Findings could make more organ transplants possible and save more lives each year, scientists say
While the scientists, including those from Yale School of Medicine in the US, did not find any electrical brain activity associated with normal brain function following the procedure, the research confounds conventional wisdom on life and death.
“This study demonstrates that our social convention regarding death, ie, as an absolute black and white end is not scientifically valid,” said Sam Parnia, director of critical care and resuscitation research at New York University Grossman School of Medicine.
“By contrast, scientifically, death is a biological process that remains treatable and reversible for hours after it has occurred,” Dr Parina, who was not involved in the study, said.
Just minutes after the final heartbeat, blood circulation begins to stop and cells in the body start to die due to lack of oxygen, and chemical changes that harm tissues and organ function begin.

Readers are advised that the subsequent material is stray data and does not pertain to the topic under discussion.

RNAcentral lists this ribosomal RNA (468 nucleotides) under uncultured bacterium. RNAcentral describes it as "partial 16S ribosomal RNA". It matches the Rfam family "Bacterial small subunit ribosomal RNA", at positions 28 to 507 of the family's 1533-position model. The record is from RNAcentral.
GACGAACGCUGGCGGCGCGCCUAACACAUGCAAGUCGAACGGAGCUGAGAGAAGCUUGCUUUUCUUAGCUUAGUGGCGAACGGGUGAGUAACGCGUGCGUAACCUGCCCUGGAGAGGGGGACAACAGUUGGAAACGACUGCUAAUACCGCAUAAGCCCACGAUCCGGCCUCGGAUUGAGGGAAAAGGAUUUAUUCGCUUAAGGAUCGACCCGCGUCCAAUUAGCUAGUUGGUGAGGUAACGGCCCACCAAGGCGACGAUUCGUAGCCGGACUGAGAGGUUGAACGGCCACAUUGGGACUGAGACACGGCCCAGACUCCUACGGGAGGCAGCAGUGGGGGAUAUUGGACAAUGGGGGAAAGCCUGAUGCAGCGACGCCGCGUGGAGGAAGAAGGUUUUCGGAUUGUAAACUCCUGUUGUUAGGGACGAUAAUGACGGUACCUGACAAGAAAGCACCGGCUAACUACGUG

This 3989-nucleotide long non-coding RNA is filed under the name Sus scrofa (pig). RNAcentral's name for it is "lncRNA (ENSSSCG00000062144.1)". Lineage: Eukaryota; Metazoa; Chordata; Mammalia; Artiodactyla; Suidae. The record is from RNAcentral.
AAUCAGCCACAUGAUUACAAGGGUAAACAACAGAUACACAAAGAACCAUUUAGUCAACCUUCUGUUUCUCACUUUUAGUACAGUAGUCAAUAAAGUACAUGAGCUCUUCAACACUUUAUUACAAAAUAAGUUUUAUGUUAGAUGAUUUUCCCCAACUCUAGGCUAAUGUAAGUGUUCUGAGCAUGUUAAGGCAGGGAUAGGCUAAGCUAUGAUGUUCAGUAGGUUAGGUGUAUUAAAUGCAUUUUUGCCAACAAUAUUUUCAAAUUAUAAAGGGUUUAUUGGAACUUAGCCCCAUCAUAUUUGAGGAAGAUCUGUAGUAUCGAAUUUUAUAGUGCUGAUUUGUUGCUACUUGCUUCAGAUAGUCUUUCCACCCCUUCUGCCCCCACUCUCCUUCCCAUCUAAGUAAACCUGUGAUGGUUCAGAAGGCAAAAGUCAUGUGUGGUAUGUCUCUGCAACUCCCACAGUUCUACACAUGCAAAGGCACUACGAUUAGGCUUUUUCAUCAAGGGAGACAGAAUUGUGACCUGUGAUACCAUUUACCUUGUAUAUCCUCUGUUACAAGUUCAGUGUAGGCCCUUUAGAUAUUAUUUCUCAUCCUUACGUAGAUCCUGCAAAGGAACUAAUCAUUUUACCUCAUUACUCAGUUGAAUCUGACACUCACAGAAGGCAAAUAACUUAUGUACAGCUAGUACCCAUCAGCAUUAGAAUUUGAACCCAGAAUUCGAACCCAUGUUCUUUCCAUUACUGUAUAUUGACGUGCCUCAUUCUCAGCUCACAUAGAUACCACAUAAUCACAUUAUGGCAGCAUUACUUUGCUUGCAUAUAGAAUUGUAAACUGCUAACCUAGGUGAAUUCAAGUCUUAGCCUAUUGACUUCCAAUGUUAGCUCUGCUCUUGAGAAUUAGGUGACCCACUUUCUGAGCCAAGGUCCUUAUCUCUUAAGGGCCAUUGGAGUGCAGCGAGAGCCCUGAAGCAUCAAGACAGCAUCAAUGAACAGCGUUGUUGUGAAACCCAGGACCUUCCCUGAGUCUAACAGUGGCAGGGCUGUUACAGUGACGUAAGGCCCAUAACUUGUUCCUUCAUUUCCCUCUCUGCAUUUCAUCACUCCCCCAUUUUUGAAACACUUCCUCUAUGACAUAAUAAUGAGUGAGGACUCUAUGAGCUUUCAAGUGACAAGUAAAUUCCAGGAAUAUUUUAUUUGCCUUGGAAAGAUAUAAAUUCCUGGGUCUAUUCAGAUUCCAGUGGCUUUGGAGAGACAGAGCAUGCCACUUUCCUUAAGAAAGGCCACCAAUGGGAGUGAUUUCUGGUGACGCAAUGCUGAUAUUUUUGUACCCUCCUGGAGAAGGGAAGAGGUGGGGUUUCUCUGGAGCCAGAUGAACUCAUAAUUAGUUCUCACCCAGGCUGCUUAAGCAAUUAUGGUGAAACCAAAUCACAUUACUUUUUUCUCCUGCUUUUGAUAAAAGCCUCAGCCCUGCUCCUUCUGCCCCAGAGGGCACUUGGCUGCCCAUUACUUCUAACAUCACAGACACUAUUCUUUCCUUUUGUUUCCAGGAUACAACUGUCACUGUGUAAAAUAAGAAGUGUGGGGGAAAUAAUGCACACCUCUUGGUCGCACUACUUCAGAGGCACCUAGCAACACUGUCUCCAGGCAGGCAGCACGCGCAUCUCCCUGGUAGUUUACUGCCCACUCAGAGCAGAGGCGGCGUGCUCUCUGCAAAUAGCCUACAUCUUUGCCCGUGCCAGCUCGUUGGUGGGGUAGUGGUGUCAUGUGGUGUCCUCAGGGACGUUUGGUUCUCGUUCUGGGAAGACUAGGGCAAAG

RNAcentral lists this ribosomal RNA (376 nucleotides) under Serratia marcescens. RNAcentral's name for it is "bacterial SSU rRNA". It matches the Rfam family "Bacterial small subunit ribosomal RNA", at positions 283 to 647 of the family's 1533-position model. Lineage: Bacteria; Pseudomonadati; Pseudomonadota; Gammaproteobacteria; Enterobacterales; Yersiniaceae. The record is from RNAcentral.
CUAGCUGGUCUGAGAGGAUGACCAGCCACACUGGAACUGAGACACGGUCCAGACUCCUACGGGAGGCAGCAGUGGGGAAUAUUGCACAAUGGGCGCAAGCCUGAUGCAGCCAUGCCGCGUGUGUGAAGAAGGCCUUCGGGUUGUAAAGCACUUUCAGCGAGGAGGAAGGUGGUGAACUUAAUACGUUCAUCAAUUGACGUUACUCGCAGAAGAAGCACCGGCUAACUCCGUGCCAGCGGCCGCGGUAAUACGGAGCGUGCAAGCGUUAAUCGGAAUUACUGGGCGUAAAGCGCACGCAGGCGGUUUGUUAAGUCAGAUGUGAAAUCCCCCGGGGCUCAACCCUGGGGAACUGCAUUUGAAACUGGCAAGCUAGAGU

However, the new study suggests a cascading cell failure on such a massive and permanent level doesn’t happen so quickly.
“All cells do not die immediately, there is a more protracted series of events. It is a process in which you can intervene, stop, and restore some cellular function,” David Andrijevic, study co-lead author at Yale School of Medicine said.
In the research, scientists applied a new technology consisting of a perfusion device similar to heart-lung machines – which do the work of the heart and lungs during surgery – and an experimental fluid containing compounds that can promote cellular health and suppress inflammation throughout the pig’s body.
They induced cardiac arrest in anesthetised pigs and treated them with the new technology, named OrganEx, an hour after death.
Researchers found that some key cellular functions were active in many…